The Postsecondary Readiness Competencies then drove the specifications for a new statewide college placement test. Members of the original faculty pool that identified the PRCs reconvened in April 2009 to develop test items for each of the English/language arts and math sections. These faculty experts chose items that covered each competency, ensuring that the items chosen were representative of the knowledge that incoming college freshmen needed to possess in order to be successful in entry-level college courses without the need for remediation. The PRCs and the exemplar items were included in information provided to potential vendors, who were invited to submit sample test questions based upon the work of the faculty.

All submitted proposals were reviewed by three separate review committees: a content review team, a technical review team, and a negotiation team. The faculty from the original working group that had identified the critical competencies and developed the exemplars were called upon to staff the content review team. They were charged with reviewing and rating the vendor's sample questions for item alignment and item quality. In January 2010, Scott Kramer announced the test-development contract was awarded to McCann Associates, an assessment provider experienced in working with both the College Board and ACT. "Florida Department of Education and McCann Associates Roll Out Nation's First Common-Core-Based College Readiness Test" (Press release). Ewing,NJ: [McCann Associates]. 2010-01-08. Retrieved 2013-04-04.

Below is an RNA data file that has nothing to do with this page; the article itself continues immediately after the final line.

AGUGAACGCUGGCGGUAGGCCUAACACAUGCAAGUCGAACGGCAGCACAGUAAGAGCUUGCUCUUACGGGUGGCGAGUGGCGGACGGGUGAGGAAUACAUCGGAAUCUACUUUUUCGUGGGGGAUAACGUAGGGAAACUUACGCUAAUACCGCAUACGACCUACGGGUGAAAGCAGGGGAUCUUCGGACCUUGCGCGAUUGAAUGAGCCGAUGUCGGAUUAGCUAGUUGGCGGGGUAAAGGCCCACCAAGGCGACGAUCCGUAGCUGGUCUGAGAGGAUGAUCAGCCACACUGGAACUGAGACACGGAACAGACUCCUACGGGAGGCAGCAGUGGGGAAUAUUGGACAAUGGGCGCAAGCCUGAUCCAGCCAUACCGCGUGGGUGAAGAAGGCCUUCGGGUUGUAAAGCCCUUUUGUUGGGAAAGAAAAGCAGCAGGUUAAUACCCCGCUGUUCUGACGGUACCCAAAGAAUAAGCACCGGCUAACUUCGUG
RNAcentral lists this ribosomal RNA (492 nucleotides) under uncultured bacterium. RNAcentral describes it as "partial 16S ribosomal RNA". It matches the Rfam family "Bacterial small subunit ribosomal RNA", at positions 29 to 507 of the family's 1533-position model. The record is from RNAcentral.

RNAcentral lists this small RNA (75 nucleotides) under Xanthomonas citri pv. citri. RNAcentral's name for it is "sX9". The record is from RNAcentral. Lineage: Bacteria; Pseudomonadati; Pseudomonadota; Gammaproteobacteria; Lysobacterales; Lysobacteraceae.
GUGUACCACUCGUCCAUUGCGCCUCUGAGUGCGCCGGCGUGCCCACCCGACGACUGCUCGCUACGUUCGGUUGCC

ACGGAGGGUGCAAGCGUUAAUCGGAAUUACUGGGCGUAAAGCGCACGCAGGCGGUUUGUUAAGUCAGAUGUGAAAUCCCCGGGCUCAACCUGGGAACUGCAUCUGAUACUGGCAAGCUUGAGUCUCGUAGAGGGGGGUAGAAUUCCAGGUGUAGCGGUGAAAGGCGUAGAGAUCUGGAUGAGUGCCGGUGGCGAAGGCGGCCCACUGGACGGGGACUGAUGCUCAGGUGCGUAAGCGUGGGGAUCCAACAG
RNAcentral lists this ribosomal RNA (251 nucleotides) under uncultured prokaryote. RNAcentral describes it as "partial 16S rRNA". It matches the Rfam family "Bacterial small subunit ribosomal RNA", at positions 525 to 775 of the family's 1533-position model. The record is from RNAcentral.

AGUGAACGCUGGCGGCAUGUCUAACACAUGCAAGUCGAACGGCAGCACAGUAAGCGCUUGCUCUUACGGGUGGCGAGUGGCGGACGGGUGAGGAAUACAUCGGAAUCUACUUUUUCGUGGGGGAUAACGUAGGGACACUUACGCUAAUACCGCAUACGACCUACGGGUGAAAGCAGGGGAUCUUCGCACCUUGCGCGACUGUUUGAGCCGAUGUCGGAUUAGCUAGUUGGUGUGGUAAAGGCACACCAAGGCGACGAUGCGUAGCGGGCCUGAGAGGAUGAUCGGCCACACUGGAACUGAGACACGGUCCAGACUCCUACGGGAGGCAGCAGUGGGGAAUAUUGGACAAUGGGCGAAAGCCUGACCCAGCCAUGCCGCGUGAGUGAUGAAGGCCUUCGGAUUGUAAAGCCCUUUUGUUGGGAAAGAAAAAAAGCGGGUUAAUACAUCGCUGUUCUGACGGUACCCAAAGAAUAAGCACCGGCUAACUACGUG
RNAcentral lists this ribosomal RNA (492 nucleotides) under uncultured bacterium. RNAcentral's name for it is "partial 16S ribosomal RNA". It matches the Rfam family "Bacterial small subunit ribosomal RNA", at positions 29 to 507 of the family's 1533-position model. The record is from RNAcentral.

In June 2010, Florida colleges administered over 10,000 pilot exams populated with the newly created test items. The data from the pilot was then used to build the Postsecondary Education Readiness Test (P.E.R.T.) item bank. On October 25, 2010, the P.E.R.T. went live. Each college in the Florida College system is now in the process of transitioning to it as their primary placement assessment.[1] Bilsky, Judith (August 2011). "Crossing Boundaries: Postsecondary Readiness Assessment in Florida". Retrieved 4 April 2013. 

Function[edit]